Xanax (alprazolam) is one of the most widely used anti-anxiety drugs in the United States, prescribed to people with depression and panic disorder, among other psychiatric problems.
People may experience withdrawal symptoms when they stop taking Xanax after extended periods of use, such as cravings and muscle spasms.
Treatment for Xanax withdrawal, including medical detox, can address these symptoms, while Xanax addiction treatment can treat the underlying issue that leads to withdrawal.
Physical Symptoms Of Acute Xanax Withdrawal
When someone uses a benzodiazepine for an extended period of time, physical dependence develops.
A benzodiazepine dependence means that when their use is suddenly halted or curtailed, withdrawal symptoms will follow. In many cases, these acute symptoms can be mild and short-lived, lasting only a few days.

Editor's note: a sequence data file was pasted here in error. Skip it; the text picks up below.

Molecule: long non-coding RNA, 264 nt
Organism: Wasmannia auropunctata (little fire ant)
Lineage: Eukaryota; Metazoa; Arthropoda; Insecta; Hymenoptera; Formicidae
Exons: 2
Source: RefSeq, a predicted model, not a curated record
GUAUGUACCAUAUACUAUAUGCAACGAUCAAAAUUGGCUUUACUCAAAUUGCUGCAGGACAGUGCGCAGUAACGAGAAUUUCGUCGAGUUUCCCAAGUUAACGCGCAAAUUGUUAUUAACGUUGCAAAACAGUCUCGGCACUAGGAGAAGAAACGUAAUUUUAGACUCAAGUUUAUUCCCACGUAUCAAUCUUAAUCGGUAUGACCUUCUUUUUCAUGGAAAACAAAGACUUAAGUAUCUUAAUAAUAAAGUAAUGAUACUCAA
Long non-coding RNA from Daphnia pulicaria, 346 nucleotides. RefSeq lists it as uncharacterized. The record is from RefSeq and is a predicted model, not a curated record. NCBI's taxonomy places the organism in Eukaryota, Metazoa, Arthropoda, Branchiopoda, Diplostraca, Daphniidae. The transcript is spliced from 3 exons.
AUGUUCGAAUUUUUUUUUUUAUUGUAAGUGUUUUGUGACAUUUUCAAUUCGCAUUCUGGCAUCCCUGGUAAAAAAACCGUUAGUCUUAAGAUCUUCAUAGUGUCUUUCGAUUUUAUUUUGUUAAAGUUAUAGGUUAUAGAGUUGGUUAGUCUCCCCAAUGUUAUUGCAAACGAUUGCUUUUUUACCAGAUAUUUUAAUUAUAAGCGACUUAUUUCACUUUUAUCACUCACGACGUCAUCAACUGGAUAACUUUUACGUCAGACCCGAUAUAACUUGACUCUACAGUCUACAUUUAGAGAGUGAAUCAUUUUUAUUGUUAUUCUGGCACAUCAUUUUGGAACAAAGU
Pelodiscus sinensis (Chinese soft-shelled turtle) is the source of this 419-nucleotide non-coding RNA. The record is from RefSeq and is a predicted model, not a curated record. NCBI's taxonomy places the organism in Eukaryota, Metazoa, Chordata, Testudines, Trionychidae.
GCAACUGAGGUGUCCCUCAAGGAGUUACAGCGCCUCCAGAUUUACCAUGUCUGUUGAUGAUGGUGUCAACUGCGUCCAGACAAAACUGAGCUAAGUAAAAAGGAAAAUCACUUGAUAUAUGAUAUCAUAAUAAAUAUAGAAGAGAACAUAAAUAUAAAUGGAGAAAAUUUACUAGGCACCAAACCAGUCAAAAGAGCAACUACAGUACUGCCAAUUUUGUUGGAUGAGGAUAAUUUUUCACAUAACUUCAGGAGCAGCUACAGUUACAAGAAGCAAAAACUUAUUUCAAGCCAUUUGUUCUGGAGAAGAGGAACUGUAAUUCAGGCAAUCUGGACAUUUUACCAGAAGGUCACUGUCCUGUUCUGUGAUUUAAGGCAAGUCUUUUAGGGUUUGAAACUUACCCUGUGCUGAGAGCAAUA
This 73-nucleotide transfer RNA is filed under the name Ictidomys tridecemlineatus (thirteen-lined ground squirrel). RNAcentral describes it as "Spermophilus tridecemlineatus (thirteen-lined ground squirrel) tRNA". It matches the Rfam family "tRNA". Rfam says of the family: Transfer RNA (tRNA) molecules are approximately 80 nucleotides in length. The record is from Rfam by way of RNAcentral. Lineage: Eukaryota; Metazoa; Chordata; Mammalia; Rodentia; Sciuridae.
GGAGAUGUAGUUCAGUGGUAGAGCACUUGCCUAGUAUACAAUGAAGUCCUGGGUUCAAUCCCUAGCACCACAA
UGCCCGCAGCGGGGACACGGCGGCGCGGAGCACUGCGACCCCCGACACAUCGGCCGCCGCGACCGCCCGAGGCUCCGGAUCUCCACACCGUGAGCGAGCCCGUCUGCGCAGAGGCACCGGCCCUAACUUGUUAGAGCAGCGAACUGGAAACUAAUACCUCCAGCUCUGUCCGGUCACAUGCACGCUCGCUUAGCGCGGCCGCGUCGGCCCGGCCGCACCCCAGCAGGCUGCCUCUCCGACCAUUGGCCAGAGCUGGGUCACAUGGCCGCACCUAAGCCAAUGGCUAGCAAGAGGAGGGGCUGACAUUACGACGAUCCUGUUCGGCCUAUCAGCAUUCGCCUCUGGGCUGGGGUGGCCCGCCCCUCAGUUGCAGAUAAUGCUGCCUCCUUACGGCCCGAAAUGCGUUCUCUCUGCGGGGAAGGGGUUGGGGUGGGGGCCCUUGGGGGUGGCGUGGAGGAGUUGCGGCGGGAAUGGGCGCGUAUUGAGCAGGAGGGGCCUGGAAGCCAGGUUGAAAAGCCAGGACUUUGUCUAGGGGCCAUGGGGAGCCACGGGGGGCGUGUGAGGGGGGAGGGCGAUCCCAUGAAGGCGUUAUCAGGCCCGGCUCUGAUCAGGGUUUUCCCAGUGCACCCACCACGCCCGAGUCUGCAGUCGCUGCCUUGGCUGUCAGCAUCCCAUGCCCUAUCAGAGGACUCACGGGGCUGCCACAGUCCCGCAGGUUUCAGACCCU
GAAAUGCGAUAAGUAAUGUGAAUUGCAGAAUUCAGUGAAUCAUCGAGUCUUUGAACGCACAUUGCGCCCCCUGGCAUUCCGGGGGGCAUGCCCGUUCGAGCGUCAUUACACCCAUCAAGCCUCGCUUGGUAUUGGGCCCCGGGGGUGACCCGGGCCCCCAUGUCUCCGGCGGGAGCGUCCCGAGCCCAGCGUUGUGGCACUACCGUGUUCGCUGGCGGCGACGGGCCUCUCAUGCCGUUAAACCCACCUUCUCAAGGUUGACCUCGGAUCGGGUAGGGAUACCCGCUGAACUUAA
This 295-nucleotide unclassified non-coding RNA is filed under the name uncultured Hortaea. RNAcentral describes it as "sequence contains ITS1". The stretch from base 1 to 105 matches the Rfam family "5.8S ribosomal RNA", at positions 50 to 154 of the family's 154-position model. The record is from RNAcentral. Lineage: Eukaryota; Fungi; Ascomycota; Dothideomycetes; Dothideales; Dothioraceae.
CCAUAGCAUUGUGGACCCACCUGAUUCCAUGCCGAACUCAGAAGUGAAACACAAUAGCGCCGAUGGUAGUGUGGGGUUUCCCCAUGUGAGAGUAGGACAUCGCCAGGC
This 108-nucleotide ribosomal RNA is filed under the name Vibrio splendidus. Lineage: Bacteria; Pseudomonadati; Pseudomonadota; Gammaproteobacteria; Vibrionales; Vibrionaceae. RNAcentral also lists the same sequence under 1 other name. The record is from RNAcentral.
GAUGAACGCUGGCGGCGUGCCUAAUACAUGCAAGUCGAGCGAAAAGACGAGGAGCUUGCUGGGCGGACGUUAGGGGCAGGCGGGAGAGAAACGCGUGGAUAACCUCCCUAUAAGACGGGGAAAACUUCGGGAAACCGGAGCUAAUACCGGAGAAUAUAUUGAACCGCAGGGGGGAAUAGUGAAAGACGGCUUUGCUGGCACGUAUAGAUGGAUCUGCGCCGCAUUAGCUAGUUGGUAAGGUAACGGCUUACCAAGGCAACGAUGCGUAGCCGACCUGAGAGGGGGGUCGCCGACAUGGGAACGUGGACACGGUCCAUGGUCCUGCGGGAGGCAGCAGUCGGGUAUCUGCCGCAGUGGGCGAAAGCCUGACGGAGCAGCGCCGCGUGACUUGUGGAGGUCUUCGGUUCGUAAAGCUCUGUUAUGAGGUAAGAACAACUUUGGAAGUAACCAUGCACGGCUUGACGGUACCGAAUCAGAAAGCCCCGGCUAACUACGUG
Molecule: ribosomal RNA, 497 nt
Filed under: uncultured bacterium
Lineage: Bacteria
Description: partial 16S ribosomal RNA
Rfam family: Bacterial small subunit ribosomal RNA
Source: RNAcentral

However, in more serious cases, acute withdrawal symptoms can persist for several weeks or even months at a time.
Tremors, fasciculation (twitching) hyperreflexia (hyperactive reflexes), blepharospasm (eye twitching), and increased muscle tension are all common in the early stages of withdrawal.
Other muscle-related symptoms due to Xanax withdrawal include muscle jerks, muscle cramps, and muscle weaknesses.
Rebound from the relaxant effects of benzodiazepines may be the cause of these symptoms.
Benzo belly is a common withdrawal symptom of Xanax and other benzos.
And those who try to quit this prescription drug cold turkey might find some uncomfortable consequences, such as abdominal discomfort and distention.
These uncomfortable symptoms may cause people to eat less and lose weight while on Xanax in the long run.